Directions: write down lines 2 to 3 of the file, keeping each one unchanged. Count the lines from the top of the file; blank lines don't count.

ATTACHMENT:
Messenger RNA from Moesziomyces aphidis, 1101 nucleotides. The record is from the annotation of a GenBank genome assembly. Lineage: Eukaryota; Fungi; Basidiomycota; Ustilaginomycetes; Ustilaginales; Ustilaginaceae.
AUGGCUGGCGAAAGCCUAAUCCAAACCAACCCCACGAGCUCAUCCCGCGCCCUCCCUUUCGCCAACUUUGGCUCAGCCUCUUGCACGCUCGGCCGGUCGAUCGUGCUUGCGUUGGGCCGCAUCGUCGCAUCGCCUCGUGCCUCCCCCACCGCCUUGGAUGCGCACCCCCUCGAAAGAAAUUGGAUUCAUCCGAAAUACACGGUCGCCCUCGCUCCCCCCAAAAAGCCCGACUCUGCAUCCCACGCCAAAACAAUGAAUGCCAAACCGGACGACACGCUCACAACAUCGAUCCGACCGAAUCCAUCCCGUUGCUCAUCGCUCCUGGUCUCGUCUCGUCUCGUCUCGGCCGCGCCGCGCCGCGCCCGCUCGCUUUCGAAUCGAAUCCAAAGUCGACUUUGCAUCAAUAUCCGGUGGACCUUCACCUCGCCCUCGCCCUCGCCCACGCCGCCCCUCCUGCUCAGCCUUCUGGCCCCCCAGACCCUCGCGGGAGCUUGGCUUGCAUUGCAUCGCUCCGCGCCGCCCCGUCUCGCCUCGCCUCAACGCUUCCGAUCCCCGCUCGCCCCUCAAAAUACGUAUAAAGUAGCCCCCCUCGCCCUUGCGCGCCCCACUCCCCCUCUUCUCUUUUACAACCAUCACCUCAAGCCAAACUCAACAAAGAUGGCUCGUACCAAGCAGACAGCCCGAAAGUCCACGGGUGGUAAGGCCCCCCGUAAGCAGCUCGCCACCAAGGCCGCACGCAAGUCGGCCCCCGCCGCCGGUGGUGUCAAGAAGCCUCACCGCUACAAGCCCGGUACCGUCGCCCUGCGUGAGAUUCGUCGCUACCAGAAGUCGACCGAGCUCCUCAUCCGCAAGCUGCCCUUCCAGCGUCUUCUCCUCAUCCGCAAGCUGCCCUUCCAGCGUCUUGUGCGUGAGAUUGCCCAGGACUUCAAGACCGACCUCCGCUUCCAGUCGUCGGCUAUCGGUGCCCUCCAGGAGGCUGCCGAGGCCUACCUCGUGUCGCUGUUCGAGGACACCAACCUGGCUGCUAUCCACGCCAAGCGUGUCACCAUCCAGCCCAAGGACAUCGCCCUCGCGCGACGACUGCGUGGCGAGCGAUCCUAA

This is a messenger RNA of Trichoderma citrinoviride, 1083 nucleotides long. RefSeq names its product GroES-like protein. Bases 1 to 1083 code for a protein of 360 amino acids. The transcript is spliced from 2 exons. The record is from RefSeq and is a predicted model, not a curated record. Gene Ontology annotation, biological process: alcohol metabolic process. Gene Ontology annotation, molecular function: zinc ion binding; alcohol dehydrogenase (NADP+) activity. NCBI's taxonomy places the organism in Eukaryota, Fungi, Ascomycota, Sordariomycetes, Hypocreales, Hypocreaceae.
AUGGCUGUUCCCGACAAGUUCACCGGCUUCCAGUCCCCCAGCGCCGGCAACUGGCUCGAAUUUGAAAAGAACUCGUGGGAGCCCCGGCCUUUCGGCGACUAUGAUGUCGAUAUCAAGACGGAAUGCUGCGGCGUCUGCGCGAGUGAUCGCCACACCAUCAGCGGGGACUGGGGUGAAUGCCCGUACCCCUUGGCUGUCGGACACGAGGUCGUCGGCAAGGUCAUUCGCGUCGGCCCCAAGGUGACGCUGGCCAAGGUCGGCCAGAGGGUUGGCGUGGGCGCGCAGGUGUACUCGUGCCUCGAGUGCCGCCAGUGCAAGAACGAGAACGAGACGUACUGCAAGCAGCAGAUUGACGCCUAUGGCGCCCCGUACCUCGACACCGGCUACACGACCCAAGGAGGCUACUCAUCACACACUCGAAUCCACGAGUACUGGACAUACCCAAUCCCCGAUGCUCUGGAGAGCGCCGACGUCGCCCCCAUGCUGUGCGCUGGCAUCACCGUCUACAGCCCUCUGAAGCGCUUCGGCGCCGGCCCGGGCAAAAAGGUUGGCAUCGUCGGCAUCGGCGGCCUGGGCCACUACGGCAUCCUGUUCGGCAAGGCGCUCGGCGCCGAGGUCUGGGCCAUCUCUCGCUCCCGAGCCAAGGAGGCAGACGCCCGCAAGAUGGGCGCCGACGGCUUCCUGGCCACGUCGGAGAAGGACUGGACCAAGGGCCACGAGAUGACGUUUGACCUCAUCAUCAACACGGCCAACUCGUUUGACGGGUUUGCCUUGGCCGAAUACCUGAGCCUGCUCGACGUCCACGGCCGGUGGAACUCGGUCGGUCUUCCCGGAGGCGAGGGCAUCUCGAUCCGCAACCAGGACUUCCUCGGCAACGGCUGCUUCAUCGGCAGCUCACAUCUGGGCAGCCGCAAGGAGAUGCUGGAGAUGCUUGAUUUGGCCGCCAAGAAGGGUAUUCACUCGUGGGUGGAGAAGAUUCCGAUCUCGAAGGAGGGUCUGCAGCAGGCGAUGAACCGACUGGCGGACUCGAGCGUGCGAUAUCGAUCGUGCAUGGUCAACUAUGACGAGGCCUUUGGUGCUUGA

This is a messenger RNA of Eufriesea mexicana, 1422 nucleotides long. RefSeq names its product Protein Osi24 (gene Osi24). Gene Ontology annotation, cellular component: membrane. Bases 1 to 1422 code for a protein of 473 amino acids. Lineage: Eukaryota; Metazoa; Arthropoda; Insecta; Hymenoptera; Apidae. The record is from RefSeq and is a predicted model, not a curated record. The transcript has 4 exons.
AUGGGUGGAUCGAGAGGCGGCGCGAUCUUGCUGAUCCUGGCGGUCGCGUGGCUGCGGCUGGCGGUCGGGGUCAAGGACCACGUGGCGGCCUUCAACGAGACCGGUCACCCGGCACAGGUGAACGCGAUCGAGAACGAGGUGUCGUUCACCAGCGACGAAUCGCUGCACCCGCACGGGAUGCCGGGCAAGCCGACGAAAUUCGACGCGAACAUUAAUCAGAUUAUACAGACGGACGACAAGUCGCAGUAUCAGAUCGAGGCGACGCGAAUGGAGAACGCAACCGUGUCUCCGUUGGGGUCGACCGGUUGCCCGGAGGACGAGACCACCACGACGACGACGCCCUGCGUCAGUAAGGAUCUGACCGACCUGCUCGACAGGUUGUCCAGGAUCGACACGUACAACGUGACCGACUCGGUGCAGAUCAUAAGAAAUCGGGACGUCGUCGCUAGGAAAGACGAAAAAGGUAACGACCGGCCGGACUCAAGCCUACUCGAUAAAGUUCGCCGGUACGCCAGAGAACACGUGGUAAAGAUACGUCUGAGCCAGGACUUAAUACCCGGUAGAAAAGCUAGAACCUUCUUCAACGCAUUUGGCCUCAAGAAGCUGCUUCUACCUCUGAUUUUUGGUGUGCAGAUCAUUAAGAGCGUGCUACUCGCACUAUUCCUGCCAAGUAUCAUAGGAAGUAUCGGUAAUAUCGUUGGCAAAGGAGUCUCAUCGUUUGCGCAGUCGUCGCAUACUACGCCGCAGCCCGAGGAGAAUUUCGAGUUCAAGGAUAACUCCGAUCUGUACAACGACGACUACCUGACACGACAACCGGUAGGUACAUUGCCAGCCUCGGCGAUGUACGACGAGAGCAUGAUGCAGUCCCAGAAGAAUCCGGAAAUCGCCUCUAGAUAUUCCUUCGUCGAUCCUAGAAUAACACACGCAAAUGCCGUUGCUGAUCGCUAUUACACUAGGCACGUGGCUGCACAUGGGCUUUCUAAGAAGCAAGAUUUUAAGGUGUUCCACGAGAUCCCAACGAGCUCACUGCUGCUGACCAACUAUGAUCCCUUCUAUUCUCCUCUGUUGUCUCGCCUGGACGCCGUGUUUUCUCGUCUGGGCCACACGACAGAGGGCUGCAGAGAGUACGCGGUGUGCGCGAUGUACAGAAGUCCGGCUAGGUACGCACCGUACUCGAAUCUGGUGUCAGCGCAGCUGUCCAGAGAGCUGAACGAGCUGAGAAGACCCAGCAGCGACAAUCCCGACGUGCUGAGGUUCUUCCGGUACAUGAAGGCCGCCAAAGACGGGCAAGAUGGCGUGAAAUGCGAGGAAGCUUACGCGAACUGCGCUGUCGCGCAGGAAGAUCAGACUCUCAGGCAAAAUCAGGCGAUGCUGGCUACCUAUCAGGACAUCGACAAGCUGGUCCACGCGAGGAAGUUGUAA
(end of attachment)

AUGGCUGGCGAAAGCCUAAUCCAAACCAACCCCACGAGCUCAUCCCGCGCCCUCCCUUUCGCCAACUUUGGCUCAGCCUCUUGCACGCUCGGCCGGUCGAUCGUGCUUGCGUUGGGCCGCAUCGUCGCAUCGCCUCGUGCCUCCCCCACCGCCUUGGAUGCGCACCCCCUCGAAAGAAAUUGGAUUCAUCCGAAAUACACGGUCGCCCUCGCUCCCCCCAAAAAGCCCGACUCUGCAUCCCACGCCAAAACAAUGAAUGCCAAACCGGACGACACGCUCACAACAUCGAUCCGACCGAAUCCAUCCCGUUGCUCAUCGCUCCUGGUCUCGUCUCGUCUCGUCUCGGCCGCGCCGCGCCGCGCCCGCUCGCUUUCGAAUCGAAUCCAAAGUCGACUUUGCAUCAAUAUCCGGUGGACCUUCACCUCGCCCUCGCCCUCGCCCACGCCGCCCCUCCUGCUCAGCCUUCUGGCCCCCCAGACCCUCGCGGGAGCUUGGCUUGCAUUGCAUCGCUCCGCGCCGCCCCGUCUCGCCUCGCCUCAACGCUUCCGAUCCCCGCUCGCCCCUCAAAAUACGUAUAAAGUAGCCCCCCUCGCCCUUGCGCGCCCCACUCCCCCUCUUCUCUUUUACAACCAUCACCUCAAGCCAAACUCAACAAAGAUGGCUCGUACCAAGCAGACAGCCCGAAAGUCCACGGGUGGUAAGGCCCCCCGUAAGCAGCUCGCCACCAAGGCCGCACGCAAGUCGGCCCCCGCCGCCGGUGGUGUCAAGAAGCCUCACCGCUACAAGCCCGGUACCGUCGCCCUGCGUGAGAUUCGUCGCUACCAGAAGUCGACCGAGCUCCUCAUCCGCAAGCUGCCCUUCCAGCGUCUUCUCCUCAUCCGCAAGCUGCCCUUCCAGCGUCUUGUGCGUGAGAUUGCCCAGGACUUCAAGACCGACCUCCGCUUCCAGUCGUCGGCUAUCGGUGCCCUCCAGGAGGCUGCCGAGGCCUACCUCGUGUCGCUGUUCGAGGACACCAACCUGGCUGCUAUCCACGCCAAGCGUGUCACCAUCCAGCCCAAGGACAUCGCCCUCGCGCGACGACUGCGUGGCGAGCGAUCCUAA

This is a messenger RNA of Trichoderma citrinoviride, 1083 nucleotides long. RefSeq names its product GroES-like protein. Bases 1 to 1083 code for a protein of 360 amino acids. The transcript is spliced from 2 exons. The record is from RefSeq and is a predicted model, not a curated record. Gene Ontology annotation, biological process: alcohol metabolic process. Gene Ontology annotation, molecular function: zinc ion binding; alcohol dehydrogenase (NADP+) activity. NCBI's taxonomy places the organism in Eukaryota, Fungi, Ascomycota, Sordariomycetes, Hypocreales, Hypocreaceae.